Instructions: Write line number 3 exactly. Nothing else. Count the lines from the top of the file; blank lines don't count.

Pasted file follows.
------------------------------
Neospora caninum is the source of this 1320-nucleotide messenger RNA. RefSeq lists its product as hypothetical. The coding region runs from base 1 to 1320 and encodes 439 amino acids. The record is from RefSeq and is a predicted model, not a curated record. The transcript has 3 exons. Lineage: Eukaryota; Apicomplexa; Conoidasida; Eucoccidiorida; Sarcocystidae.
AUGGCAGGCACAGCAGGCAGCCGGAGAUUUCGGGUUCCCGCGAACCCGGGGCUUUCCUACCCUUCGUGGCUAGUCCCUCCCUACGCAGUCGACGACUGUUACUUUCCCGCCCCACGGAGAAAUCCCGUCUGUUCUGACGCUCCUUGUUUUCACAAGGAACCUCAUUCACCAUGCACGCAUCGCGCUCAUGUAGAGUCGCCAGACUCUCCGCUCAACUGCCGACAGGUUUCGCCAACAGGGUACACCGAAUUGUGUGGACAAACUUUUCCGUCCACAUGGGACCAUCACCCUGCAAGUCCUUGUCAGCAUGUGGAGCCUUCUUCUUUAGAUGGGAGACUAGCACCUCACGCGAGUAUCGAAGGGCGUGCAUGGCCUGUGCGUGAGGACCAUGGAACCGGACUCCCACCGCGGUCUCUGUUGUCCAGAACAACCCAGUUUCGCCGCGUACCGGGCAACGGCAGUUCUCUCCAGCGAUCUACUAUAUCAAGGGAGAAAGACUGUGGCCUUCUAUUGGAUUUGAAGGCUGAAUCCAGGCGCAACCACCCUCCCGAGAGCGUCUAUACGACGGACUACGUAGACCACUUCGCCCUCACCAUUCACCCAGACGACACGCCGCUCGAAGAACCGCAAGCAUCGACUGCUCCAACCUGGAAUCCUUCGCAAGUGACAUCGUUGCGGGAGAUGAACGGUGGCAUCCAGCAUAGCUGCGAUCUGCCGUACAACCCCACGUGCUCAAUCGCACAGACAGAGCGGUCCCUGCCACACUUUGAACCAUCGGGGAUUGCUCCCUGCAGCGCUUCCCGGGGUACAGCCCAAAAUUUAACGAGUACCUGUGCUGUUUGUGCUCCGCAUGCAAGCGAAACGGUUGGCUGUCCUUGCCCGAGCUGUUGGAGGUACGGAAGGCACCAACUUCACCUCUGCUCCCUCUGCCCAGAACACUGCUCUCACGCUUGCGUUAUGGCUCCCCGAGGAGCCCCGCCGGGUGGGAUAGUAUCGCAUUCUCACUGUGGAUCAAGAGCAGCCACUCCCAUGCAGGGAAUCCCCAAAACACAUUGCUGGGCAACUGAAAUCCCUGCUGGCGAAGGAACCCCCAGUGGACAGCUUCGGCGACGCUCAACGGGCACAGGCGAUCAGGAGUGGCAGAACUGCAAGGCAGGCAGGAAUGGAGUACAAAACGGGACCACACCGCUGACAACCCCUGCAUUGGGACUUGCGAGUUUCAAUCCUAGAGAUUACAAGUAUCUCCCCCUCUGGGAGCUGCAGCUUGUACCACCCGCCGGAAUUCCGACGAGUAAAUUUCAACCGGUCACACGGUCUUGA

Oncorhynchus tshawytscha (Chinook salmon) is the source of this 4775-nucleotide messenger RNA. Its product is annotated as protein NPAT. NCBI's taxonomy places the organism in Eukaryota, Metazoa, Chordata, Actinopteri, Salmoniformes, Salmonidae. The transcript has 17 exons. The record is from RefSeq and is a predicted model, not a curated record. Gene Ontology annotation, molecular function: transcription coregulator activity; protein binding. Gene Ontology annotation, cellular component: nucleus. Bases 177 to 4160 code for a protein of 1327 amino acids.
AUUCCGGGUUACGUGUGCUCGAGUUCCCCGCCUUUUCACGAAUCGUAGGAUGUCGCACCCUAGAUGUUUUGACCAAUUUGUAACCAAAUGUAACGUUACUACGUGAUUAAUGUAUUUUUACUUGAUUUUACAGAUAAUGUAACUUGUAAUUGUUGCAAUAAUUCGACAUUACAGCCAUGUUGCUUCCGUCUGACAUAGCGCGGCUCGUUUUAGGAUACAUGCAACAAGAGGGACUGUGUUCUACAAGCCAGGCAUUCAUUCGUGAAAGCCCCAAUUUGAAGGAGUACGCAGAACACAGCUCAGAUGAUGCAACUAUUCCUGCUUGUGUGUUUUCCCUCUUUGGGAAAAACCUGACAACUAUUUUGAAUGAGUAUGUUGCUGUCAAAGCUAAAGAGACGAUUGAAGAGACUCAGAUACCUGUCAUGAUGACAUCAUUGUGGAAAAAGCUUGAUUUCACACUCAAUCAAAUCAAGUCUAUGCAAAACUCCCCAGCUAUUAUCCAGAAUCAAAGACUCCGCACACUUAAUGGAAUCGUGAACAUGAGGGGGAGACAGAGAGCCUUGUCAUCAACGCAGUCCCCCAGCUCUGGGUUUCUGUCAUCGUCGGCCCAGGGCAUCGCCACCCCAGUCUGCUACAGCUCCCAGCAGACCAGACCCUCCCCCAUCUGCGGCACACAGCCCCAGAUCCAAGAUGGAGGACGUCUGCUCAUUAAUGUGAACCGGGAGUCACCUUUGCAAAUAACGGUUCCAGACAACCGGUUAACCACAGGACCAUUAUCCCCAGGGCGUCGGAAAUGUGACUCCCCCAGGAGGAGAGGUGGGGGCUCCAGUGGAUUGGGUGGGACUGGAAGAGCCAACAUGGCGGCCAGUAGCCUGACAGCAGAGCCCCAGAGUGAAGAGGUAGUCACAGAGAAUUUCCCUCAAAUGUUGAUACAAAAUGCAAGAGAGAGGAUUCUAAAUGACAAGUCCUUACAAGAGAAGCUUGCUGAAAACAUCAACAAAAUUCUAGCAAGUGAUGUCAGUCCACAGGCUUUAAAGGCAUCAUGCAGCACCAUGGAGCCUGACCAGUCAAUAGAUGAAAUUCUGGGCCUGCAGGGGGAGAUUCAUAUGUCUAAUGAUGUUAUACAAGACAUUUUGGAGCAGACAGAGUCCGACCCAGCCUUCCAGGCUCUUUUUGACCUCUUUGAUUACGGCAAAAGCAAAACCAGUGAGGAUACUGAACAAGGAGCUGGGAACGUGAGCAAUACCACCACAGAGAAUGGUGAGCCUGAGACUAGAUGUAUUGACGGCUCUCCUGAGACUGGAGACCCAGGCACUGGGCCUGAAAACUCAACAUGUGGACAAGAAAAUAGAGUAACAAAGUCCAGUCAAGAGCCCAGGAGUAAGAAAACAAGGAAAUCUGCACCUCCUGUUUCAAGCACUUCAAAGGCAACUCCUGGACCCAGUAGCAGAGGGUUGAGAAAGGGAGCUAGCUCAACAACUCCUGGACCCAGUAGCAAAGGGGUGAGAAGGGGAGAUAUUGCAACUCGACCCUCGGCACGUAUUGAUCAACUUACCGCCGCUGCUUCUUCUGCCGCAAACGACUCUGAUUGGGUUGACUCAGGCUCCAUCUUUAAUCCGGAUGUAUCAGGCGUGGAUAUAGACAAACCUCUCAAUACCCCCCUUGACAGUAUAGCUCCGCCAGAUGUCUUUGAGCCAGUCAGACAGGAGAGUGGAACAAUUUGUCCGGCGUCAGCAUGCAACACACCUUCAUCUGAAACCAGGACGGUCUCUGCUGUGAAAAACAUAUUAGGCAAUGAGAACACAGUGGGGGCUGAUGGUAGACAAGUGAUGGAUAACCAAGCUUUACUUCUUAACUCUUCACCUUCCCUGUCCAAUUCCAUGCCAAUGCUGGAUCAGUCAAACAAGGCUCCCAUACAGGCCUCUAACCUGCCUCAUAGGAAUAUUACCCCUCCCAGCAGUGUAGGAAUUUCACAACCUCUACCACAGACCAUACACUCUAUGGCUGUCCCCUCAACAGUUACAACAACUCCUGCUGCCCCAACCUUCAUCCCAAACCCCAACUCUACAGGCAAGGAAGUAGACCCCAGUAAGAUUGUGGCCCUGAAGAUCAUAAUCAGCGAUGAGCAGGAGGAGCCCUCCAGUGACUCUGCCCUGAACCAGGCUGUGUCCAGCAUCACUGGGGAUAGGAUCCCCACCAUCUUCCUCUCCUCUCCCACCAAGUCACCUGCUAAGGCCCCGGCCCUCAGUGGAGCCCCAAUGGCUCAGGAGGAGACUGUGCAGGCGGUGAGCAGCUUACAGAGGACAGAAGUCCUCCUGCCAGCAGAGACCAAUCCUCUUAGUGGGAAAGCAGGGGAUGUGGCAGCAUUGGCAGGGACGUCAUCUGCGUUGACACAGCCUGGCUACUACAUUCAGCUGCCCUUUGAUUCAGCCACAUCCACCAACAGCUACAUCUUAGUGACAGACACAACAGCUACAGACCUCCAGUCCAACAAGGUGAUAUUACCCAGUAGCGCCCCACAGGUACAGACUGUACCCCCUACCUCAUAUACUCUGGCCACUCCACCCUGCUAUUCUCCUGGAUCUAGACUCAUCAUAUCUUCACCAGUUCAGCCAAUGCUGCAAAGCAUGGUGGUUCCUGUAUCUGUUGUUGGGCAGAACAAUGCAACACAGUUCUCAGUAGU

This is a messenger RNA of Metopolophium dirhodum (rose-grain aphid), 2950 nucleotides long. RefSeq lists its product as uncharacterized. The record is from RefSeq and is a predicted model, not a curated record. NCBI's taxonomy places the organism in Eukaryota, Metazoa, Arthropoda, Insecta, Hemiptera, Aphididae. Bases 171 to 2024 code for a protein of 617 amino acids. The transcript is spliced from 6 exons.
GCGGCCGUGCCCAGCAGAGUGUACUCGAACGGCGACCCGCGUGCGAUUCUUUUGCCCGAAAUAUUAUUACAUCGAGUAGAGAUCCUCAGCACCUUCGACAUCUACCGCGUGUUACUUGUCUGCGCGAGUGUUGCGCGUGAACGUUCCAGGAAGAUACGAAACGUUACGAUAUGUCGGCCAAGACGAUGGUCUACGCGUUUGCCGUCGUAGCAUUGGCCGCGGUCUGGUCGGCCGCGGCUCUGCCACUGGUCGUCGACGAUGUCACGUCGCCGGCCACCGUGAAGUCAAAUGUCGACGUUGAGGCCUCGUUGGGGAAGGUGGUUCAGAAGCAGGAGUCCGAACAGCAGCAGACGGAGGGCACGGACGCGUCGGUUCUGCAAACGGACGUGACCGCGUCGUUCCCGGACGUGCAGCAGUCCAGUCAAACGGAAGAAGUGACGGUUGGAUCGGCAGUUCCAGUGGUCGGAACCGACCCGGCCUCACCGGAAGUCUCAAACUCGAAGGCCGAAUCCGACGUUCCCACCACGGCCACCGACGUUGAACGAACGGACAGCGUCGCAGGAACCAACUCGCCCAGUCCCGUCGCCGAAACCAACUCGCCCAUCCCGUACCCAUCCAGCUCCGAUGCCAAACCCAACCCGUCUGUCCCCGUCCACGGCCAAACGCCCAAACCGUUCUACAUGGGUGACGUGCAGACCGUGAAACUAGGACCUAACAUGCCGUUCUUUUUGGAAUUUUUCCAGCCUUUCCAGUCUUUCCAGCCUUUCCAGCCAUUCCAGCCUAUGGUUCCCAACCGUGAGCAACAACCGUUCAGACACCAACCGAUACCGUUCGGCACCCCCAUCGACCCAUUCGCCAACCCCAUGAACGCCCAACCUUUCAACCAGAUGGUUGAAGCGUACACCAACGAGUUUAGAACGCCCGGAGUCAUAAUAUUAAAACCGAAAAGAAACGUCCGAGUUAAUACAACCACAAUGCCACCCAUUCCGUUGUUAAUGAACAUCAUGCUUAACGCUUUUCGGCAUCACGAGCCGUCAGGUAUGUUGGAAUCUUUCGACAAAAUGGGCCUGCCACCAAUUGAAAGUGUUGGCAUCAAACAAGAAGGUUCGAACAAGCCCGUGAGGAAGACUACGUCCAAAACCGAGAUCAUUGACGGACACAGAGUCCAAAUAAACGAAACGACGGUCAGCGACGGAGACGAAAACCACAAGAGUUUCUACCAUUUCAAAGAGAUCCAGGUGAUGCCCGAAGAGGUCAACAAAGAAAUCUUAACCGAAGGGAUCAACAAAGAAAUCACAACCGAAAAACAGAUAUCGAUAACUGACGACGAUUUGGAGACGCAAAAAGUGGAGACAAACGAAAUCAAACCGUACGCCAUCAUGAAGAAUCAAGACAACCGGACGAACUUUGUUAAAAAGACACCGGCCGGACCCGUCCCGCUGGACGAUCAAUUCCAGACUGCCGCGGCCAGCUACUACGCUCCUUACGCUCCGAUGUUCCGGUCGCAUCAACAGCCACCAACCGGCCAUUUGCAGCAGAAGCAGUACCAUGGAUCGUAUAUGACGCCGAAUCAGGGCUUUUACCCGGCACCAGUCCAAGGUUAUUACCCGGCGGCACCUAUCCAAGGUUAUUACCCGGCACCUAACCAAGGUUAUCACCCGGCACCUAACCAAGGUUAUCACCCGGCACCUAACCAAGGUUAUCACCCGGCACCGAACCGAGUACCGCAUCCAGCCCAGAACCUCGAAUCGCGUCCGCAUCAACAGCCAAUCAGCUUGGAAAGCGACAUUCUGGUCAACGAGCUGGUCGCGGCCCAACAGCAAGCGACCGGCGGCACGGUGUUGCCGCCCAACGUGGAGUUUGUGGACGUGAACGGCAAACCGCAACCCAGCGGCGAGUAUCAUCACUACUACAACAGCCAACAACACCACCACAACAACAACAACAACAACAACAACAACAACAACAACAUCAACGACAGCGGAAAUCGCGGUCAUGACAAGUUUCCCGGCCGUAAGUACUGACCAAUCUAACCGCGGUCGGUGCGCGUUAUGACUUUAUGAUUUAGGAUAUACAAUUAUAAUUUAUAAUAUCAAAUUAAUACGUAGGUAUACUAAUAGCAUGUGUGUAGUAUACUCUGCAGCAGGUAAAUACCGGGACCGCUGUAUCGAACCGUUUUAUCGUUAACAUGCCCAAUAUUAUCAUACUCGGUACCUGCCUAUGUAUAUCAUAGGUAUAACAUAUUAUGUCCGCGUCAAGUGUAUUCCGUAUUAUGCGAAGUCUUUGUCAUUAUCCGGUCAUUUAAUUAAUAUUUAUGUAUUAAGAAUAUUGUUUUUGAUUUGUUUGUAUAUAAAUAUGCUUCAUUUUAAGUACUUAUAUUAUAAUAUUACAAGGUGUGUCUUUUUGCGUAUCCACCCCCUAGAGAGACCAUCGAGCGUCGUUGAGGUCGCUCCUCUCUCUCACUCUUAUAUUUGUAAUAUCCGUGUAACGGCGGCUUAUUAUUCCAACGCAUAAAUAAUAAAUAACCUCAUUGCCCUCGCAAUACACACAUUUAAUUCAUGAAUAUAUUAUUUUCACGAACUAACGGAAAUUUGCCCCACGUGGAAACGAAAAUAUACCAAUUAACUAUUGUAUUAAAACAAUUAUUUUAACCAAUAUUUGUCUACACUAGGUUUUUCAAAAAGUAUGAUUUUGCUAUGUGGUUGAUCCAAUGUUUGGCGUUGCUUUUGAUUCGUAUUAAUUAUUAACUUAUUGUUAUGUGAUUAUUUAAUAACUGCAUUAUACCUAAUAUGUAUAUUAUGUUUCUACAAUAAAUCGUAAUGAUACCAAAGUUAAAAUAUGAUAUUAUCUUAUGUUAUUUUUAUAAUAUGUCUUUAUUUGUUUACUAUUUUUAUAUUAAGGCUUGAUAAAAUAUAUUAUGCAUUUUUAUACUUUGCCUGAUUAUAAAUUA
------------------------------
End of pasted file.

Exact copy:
Oncorhynchus tshawytscha (Chinook salmon) is the source of this 4775-nucleotide messenger RNA. Its product is annotated as protein NPAT. NCBI's taxonomy places the organism in Eukaryota, Metazoa, Chordata, Actinopteri, Salmoniformes, Salmonidae. The transcript has 17 exons. The record is from RefSeq and is a predicted model, not a curated record. Gene Ontology annotation, molecular function: transcription coregulator activity; protein binding. Gene Ontology annotation, cellular component: nucleus. Bases 177 to 4160 code for a protein of 1327 amino acids.